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Focus on interdisciplinary skills at EMBL

A conversation with Dr Jürgen Deka, Head of External Scientific Training at the European Molecular Biology Laboratory (EMBL)

The EMBL Course and Conference Programme is the product of more than 40 years of excellence in scientific research and training at the European Molecular Biology Laboratory (EMBL). Every year, as many as 8,000 researchers attend courses and conferences at EMBL’s six sites across Europe, to develop their skills in the life sciences. Topics range from developmental and cell biology, to structural biology and bioinformatics. Jürgen Deka is the Head of External Scientific Training at EMBL and his team is responsible for delivering the Course and Conference Programme.

What are the main goals of the EMBL Course and Conference Programme?

We offer an exciting and diverse range of courses and conferences covering pioneering research and the development of valuable skills for the life sciences. Our courses and conferences are open to all researchers, particularly those at an early career stage. We aim to share the very best of EMBL with the research community, and to stimulate new science by bringing researchers together from a broad range of disciplines.

What is special about your programme?

Our programme is largely based on the research of EMBL scientists, making it unique. We offer training on topics like neuroepigenetics, the epitranscriptome or non-neuronal optogenetics. On the organisational level we emphasize 1:1 discussions and close interactions between participants and speakers or instructors. We use an array of networking tools like meet-the-speaker sessions, speed networking, or pre-conference meetings for PhD students and postdocs. We highly value face-to-face training. Our courses and conferences are led by the best scientists and technology specialists working in each subject, including several Nobel laureates. We run events seamlessly, with every detail arranged, so that our participants can focus on their learning and engage with subject experts. In addition, we meet practical needs via offerings such as on-site childcare, a meditation room, and delicious locally sourced food.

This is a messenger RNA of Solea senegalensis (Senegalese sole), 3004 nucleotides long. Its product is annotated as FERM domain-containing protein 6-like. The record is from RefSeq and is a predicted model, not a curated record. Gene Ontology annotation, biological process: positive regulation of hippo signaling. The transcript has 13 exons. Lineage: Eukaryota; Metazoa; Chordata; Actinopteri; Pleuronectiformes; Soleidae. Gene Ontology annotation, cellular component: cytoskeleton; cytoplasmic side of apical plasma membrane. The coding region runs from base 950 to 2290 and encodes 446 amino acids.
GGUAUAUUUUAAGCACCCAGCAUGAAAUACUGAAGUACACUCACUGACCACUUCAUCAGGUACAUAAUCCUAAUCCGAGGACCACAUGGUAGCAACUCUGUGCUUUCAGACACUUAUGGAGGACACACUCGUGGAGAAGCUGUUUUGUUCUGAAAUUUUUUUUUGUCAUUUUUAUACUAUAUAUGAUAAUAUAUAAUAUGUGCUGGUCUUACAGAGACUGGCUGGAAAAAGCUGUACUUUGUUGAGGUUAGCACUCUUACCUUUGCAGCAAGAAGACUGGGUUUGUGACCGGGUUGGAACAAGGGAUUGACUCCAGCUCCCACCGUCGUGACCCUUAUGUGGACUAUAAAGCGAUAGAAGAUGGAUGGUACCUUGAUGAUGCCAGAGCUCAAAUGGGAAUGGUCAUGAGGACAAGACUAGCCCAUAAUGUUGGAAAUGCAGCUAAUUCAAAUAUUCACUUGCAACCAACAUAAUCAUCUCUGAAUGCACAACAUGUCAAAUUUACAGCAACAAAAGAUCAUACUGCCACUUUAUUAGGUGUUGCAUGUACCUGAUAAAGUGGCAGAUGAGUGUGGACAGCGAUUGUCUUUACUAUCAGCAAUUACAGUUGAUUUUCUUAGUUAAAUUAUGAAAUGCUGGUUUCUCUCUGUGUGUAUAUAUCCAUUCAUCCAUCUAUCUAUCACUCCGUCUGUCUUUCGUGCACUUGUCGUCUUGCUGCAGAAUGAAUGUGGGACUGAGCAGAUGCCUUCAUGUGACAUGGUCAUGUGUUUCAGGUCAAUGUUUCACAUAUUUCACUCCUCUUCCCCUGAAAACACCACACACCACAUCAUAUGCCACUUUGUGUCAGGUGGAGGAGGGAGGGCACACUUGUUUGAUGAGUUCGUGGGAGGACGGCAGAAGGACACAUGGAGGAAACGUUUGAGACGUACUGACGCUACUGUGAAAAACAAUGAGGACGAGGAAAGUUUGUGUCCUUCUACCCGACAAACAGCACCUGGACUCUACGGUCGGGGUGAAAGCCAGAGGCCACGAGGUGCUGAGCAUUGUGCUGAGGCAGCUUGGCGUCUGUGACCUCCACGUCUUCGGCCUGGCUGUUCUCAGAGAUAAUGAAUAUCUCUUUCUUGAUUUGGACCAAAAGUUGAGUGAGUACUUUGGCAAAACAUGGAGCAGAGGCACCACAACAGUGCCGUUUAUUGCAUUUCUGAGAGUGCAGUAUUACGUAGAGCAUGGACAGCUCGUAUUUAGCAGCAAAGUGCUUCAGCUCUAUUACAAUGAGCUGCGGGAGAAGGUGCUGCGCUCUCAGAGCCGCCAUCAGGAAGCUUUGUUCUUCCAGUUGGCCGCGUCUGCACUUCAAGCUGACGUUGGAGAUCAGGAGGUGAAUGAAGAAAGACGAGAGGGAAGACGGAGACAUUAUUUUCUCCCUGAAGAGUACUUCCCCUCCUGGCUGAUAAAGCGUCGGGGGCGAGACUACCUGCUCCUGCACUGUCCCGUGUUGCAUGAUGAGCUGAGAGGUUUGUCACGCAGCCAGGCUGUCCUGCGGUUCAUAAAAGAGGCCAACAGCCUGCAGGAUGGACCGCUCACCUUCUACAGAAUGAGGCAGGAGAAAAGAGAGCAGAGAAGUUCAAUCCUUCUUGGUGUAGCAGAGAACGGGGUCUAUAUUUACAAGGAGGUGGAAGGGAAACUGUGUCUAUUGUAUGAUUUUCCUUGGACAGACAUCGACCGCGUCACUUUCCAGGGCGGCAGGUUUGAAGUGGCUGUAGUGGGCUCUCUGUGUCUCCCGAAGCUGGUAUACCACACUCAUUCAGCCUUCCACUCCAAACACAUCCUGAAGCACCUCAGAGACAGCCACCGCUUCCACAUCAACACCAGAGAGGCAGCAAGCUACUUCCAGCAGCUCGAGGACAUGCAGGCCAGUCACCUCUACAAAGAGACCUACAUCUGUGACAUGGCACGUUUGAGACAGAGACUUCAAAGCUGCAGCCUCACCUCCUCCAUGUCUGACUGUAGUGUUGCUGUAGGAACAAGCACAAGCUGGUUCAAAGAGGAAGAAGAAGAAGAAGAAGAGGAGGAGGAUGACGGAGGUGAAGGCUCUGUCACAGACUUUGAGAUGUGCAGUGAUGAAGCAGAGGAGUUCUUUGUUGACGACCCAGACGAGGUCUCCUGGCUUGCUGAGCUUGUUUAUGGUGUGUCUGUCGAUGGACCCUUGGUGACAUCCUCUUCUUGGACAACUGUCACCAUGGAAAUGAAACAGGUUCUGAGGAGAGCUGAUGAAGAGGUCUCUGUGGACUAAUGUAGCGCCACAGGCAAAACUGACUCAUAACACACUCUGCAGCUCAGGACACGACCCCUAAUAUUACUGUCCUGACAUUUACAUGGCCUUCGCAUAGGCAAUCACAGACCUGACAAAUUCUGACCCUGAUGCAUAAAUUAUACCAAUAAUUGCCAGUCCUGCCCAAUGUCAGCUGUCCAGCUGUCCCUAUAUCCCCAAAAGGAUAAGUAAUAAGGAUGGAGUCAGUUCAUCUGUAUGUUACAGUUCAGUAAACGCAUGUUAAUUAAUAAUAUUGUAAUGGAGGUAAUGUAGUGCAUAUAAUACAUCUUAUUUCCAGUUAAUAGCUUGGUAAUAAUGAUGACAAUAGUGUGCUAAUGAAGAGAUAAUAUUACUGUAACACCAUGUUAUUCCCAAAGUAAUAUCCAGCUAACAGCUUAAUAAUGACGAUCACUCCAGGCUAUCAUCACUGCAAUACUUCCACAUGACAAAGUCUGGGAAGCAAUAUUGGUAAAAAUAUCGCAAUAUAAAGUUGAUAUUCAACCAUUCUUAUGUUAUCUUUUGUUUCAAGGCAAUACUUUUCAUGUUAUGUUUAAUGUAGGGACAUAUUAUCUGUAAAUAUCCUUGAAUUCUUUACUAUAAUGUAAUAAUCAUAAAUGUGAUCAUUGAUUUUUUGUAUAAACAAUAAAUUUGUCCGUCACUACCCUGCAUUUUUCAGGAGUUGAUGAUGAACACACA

How accessible is your programme?

Our training is open to all. We have a wide range of funding options for our participants and work closely with external funding bodies to facilitate this. We offer subsidised childcare at most of our conferences, and we cover travel costs and waive registration fees for approximately 450 attendees every year. This opens up our programme to researchers from across the globe. In tandem with our on-site programme, we offer webinars and online training modules, allowing scientists to learn from wherever they are in the world. In 2018 we introduced remote access to some courses using avatar robots, which allows home-based researchers to interact with everyone on the course.

Which key scientific skills will your 2020 courses focus on?

Many recent breakthroughs have resulted from interdisciplinary projects, so we try to support our participants in building collaboration skills. Some of our 2020 courses will bring together diverse groups of researchers — an illustrative example is our new workshop ‘Design thinking: approaches for chronic disease management’, where molecular biologists will work with graduates in business and law to develop interdisciplinary solutions for long-term healthcare. We help participants formulate and address tangible research questions and extract as much detail as possible from their data. Almost all of our courses focus on state-of-the-art technologies, and include training on dealing efficiently with the data generated, as well as on recognizing the limitations of these technologies. There is also an increasing need to promote science communication, and we need scientists who can also explain their research to their peers, the media and the public. We provide speaking opportunities for young researchers through flash talk sessions, poster sessions, and our many networking events.

How can attending an EMBL event help with career development?

Networking is the pivot around which our programme revolves. We provide our participants with a forum to interact with other researchers, speakers and journal editors during our events. We also use collaboration tools that allow delegates to communicate with each other even after they return home. Over 65% of our delegates have said they acquired useful career contacts or formed new collaborations, 40% state they have gone on to achieve success in grant applications thanks to knowledge and skills developed on our courses, and 25% of our participants say that the skills they learnt on an EMBL course helped them get a promotion.

What does the future hold for EMBL training?

We’re expanding our programme to focus on the impacts of climate change, including topics such as population dynamics and species diversity, and biological approaches towards ecosystem preservation and restoration. Other pertinent issues include personalized medicine and the uses of machine learning and artificial intelligence in the life sciences. EMBL is building a new imaging centre at its main laboratory in Heidelberg, Germany. Therefore, we will be developing new training courses on high-level image analysis and expanding our offering of cryo-EM training, too.